Preparing for your Social Security Disability hearing should not be as stressful as everyone thinks. In fact, I can tell you one thing right now so you can breathe easy:
You already know all the answers your judge is going to ask you!
Nothing he’s going to ask you will be rocket science. I promise you.
Having said that, you still want to prepare for the hearing and I’m going to tell you exactly how I tell my clients to prepare.
Let’s do this!
Your Appearance at Your Social Security Disability Hearing is Important
When claimants are concerned about preparing for their hearing, the last thing on their minds is: “What should I wear?”
But I tell you, how you present yourself when you are in front of your judge is very important for the outcome of your case. Even if the judge doesn’t look at you when you first walk in the door. And even if you have one of those video hearings where the judge is not even in the room with you.
Why is appearance important?
Because while your disability is not a “show”, you still have to look the part. You don’t want to look like you’re acting but you need to show how difficult things are.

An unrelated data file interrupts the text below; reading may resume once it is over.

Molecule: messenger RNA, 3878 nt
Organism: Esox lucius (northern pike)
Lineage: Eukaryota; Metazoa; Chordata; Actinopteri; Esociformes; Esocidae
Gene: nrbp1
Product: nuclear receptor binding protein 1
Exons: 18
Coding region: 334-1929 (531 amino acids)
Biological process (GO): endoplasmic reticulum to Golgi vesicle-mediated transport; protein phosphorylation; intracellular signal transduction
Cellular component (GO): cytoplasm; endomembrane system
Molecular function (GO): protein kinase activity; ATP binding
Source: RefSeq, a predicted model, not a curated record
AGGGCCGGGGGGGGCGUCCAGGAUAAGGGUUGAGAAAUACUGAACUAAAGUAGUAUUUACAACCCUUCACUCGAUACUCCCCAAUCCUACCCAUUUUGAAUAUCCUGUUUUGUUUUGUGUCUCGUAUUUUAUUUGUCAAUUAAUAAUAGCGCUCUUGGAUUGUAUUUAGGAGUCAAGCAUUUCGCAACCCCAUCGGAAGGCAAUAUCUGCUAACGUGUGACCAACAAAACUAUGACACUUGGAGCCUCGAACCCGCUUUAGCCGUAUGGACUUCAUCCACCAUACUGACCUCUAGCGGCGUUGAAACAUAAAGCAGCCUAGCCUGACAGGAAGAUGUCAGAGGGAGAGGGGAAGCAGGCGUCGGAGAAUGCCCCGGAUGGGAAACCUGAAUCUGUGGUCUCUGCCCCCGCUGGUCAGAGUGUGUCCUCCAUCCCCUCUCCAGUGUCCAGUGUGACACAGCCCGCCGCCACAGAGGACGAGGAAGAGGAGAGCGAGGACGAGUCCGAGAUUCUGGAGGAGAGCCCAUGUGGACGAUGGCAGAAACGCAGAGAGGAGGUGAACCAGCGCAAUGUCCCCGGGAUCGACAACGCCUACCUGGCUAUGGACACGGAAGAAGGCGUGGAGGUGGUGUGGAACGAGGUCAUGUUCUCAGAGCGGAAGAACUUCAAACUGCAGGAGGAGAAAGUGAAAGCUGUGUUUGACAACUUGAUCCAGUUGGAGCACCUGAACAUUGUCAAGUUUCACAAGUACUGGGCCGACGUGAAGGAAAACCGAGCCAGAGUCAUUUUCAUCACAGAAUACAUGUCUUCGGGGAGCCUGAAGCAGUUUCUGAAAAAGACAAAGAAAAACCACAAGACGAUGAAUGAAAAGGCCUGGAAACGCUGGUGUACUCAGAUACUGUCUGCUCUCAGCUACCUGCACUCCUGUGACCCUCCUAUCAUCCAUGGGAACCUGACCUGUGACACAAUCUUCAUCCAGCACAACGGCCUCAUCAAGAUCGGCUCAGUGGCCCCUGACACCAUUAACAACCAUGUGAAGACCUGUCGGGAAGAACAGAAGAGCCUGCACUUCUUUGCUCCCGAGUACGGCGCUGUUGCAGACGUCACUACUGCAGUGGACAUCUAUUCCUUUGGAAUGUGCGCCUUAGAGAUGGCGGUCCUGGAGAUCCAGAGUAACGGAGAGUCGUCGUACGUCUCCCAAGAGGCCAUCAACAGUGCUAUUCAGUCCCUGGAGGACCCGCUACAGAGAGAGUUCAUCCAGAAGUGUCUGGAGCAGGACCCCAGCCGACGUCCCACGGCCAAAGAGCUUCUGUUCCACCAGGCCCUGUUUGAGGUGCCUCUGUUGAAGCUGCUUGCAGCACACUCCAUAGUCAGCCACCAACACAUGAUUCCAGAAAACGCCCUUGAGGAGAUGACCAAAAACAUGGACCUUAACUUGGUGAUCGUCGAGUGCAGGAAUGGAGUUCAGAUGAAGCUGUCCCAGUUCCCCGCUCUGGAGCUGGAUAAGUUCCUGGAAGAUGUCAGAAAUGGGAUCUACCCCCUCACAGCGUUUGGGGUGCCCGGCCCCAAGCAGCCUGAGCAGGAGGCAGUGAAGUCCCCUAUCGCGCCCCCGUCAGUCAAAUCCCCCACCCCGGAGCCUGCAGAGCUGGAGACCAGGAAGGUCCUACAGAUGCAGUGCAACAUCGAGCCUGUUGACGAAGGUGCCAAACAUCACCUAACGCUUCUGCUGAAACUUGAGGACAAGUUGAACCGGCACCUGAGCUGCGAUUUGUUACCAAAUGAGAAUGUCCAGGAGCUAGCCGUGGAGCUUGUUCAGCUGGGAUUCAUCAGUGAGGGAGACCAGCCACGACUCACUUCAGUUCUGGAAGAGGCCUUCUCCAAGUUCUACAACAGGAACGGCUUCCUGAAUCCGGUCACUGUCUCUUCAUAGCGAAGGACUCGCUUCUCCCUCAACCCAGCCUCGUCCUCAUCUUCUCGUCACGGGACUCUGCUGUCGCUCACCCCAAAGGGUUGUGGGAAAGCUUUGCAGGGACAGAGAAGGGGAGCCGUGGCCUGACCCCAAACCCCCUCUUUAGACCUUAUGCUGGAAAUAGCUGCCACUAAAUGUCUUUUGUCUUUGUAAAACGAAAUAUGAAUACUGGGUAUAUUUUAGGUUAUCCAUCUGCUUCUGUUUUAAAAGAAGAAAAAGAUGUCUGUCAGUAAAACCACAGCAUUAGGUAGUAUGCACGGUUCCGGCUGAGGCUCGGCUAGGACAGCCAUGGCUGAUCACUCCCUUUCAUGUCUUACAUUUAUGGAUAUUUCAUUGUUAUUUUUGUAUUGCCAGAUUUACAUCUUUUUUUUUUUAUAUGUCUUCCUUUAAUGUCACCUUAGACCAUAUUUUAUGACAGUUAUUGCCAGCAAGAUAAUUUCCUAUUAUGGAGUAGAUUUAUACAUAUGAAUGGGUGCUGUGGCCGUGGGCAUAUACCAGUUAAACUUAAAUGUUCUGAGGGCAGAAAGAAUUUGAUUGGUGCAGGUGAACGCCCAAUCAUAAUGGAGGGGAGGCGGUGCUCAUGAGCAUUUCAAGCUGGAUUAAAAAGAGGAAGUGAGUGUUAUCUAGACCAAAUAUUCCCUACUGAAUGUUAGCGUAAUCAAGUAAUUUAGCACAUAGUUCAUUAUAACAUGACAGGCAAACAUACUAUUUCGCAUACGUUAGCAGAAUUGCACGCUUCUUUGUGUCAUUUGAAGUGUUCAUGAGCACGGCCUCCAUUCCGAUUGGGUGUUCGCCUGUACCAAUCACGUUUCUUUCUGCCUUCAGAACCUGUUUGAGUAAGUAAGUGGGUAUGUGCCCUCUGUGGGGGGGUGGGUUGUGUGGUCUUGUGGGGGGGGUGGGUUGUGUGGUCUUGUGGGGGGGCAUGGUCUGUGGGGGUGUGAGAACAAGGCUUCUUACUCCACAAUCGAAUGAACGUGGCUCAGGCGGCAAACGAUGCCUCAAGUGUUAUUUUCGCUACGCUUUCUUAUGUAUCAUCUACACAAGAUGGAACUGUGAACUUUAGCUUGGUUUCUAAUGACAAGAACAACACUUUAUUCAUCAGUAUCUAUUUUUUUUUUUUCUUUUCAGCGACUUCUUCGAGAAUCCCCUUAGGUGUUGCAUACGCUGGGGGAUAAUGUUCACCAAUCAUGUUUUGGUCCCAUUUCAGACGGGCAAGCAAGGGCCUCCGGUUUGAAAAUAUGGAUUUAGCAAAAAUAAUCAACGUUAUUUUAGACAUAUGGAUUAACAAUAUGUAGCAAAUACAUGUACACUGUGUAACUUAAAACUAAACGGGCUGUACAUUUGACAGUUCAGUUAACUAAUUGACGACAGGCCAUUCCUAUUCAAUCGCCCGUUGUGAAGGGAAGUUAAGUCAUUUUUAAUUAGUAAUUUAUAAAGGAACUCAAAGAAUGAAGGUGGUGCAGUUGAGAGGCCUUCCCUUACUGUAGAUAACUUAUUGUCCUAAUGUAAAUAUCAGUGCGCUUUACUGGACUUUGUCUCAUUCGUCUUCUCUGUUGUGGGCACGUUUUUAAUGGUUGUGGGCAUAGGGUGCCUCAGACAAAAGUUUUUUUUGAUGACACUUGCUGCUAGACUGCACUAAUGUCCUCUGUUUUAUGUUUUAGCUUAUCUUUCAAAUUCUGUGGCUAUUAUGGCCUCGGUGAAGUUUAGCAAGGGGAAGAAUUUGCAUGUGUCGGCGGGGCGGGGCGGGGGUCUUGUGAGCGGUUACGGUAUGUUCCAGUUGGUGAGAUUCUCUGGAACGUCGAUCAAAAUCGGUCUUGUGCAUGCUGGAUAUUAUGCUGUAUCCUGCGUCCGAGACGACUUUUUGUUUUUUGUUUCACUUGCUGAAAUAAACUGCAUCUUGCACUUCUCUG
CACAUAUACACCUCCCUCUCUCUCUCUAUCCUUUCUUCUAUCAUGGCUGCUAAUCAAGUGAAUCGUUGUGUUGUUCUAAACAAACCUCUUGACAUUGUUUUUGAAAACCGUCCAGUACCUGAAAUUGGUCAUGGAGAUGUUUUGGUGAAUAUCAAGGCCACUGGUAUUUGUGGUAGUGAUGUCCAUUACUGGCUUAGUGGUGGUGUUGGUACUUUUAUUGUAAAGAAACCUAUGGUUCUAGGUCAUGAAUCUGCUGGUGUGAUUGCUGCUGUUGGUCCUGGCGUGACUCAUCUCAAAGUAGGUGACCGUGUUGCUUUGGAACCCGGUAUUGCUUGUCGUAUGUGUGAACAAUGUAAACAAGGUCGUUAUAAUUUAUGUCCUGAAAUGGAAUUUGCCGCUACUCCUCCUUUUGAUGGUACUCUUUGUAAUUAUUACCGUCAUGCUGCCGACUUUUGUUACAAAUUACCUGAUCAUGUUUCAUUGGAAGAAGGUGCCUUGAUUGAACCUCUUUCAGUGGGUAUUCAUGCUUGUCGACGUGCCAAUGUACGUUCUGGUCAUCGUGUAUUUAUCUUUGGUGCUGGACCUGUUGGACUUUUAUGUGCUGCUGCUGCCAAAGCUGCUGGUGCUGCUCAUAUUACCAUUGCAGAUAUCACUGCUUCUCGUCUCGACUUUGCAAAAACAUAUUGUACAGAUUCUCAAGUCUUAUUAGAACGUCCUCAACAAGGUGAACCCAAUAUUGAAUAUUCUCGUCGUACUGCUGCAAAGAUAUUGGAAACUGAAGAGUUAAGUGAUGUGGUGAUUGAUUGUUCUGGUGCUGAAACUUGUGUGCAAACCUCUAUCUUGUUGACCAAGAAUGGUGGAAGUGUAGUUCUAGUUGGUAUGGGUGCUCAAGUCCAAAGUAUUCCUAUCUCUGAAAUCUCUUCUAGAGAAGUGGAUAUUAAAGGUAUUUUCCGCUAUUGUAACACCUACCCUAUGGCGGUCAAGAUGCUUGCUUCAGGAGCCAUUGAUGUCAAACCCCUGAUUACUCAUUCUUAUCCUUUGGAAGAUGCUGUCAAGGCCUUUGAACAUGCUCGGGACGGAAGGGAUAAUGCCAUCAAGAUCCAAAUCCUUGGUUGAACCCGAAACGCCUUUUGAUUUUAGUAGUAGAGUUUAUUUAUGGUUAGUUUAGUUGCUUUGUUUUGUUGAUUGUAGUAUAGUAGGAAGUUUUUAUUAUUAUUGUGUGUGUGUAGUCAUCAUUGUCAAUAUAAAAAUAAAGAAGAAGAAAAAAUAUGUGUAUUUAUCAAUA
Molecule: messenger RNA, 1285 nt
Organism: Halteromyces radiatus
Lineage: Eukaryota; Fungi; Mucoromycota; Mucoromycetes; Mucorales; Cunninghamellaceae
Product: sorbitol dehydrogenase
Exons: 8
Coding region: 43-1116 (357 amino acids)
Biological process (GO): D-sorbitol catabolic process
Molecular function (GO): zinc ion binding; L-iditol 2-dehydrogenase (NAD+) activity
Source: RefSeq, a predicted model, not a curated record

So here is my list of things you should consider when thinking about your appearance for your hearing:
- Wear clothes that match your disability.
If you have difficulties with your hands, don’t wear a button down shirt. If you can’t raise your arm above the shoulder, don’t wear a t-shirt.
- Avoid t-shirts or shirts with messages, even if positive.
You never know when “unicorns” or “the peace sign” can irritate the judge.
- Your shoes should also match your disability.
If you can’t bend, don’t wear shoes that require you to bend, even if your spouse can help you put your shoes on or tie your shoe laces.
- Flip flops are ok. So are slip-on shoes.
- For the women, don’t wear makeup! This is not the day to “look pretty”.
I once had a client who showed up with full makeup and a high ponytail when this person had a severe arm disability. I had her remove her make up right away but the pony ended up staying.
Guess what the judge asked her when we got to the part about daily activities? “How did you do your hair today?”
Her answer was: “My mother helped me“.
While it’s ok to get help and this help should not affect your ability to get benefits, until you explain all that, the judge already made assumptions and will already be suspicious of you after that.
Why risk it?
- For the men, leave the suits for “the suits”.
You don’t need to look like a professional even if you were one in the past.
- Leave the jewelry at home. This goes for men and women.
Yes, your wedding ring is ok. A very small necklace is fine too. But no “statement necklaces” or oversized rings from your “biker club”
- Cover your tattoos!
If they cover your arms, wear a long sleeve shirt, if possible. The main reason is you may get a conservative judge who will see “tattooed people” as “misfits”.